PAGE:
This weekend the Abu Dhabi Grand Prix will be my 500th working World Championship race. I did a few other F1 races before I started as a journalist, but I don’t count them. I’d like to say it was my 500th consecutive race, but that’s not strictly true, because I note from my records that I did 11 races before the Spanish GP of 1988, but then missed Jerez, because on October 2 1988, I was at “The Mountain” at Bathurst, reporting on the Tooheys 1000. Since then I have done them all. I have missed a couple of Fridays for one reason or another. There was one occasion when I had pneumonia and was forbidden to fly, and so I took the train to Barcelona. There was another occasion when the planes all went wrong and I was 36 hours late arriving, and another when I drove from Washington DC to Montreal to get over a plane mess, but I only missed the Friday morning session on that occasion.
It is rare these days that fulltime F1 reporters do races other than Grands Prix, but back then we used to do a lot of different stuff. I was 26 and obviously had boundless energy (left) because it seems like I hardly ever went home. I have no complaints about that because that was the path I had chosen and I never really have any regrets. It’s been a blast. It is not an easy life. We live with chronic jet-lag and don’t spend enough time with our families, but kids who grow up with a father who is a road warrior don’t know any different and just accept the fact that their dad disappears all the time.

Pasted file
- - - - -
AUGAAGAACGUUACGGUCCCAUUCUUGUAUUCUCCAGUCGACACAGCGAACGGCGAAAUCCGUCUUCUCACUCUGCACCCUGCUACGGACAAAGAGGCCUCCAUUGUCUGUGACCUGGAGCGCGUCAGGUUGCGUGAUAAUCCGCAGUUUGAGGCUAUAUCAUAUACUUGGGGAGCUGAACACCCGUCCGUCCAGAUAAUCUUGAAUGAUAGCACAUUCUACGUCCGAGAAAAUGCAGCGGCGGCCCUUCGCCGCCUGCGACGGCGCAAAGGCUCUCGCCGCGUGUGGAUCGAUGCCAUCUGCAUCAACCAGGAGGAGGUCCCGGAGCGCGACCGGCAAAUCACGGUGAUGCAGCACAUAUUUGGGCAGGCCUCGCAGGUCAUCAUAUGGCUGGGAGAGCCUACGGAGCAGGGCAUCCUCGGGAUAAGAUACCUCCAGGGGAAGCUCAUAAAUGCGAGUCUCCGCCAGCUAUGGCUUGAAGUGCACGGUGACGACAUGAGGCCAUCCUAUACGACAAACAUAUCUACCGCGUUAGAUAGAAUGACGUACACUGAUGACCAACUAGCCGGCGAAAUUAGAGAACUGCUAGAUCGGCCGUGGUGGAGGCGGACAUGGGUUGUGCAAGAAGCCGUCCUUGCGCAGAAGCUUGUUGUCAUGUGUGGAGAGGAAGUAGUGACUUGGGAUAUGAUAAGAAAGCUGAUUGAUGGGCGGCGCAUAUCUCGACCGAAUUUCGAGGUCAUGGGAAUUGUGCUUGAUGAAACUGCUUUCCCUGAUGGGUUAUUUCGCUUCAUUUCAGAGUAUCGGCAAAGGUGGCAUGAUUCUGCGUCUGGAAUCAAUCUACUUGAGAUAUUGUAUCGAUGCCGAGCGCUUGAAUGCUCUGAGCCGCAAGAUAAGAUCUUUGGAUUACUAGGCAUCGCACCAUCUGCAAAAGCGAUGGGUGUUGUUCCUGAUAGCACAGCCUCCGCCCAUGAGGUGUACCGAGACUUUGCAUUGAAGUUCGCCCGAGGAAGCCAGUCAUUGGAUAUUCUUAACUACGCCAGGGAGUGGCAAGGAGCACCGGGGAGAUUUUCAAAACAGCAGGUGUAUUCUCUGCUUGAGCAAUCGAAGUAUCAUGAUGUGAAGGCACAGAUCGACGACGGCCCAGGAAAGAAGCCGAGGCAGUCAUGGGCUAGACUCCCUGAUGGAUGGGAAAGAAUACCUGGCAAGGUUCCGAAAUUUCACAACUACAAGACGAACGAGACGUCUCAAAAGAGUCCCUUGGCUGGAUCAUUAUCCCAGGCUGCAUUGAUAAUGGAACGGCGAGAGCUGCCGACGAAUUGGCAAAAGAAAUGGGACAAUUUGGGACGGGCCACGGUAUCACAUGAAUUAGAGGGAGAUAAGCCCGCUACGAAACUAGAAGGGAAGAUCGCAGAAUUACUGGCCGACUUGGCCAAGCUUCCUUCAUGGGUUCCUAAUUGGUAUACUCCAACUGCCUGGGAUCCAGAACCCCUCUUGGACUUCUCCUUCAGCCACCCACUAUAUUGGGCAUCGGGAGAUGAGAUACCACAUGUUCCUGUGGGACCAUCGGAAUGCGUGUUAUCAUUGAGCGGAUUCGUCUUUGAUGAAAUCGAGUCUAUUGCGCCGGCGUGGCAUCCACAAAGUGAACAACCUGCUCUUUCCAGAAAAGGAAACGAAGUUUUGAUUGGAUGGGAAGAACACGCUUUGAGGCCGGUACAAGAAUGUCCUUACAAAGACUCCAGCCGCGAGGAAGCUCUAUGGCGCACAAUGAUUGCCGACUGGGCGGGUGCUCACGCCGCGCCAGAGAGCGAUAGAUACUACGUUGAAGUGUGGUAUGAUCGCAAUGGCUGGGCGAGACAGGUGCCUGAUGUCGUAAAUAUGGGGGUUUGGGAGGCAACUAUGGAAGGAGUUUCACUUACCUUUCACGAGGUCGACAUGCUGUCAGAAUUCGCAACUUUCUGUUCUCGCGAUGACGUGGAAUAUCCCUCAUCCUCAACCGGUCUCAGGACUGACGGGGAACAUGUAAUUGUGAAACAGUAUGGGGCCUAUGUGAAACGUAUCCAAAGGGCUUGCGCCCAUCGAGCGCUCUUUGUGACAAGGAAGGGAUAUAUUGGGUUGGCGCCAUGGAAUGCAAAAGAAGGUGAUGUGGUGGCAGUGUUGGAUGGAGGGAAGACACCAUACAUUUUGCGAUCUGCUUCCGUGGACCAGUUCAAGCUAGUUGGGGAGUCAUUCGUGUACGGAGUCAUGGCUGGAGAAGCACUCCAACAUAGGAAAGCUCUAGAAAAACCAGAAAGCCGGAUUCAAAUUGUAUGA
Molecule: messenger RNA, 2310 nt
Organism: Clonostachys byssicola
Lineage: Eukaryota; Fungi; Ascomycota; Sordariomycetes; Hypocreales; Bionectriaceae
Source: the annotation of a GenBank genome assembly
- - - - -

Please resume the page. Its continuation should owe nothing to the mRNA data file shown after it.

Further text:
The fact that 500 races have passed is not in itself that important to me. I am not a great believer in long service medals and I am still a long way behind the likes of Herbie Blash, who is now at about 760 races, but I am still relatively young – and feel that way. These days 55 seems to be the new 40, so I can see myself doing this job for 20 years more, at least if I can find a way to pay for it. I am not good at mathematics, but 20 years with 25 races (which is what the new owners seem to want) and I will be in four figures!
Being an F1 reporter was my only real ambition and when you get there you are kind of stuck because the only way from F1 is down. I am not a PR man (sadly, because some of them earn daft amounts of money) but I still find F1 fascinating, as I always have. And that keeps me fresh. The difference between now and when I started is that today I understand a lot more about how it all works. I find F1 to be a constantly variable world, with new places, new ideas and new people. It does not have the variety of race reporting that I had back in 1988, but I don’t really need that. While writing this post I started to look back at 1988 and it is fascinating to see what I was doing at the time. The season began, for example, with a British Formula 3 race at Thruxton (dead glamorous!). It was won by a young JJ Lehto, who beat a field which included Damon Hill, Martin Donnelly and Eddie Irvine. I went to Monza a fortnight later for the Monza 500 European Touring Car Championship race and then was at Donington for a similar event in mid-April. I then did the San Marino GP at Imola, the Indy 500 (plus a dirt car race and a SuperVee event) and then back-to-back 24 Hour races at Le Mans and the old Nurburgring. Then it was back to the F1 beat full-time, although I snuck in the Spa 24 Hours between Germany and Hungary and the Silverstone TT between the Belgian and Italian GPs. Then it was off to Portugal and then Bathurst. This was the kind of lifestyle that resulted in someone naming my Autosport column Globetrotter.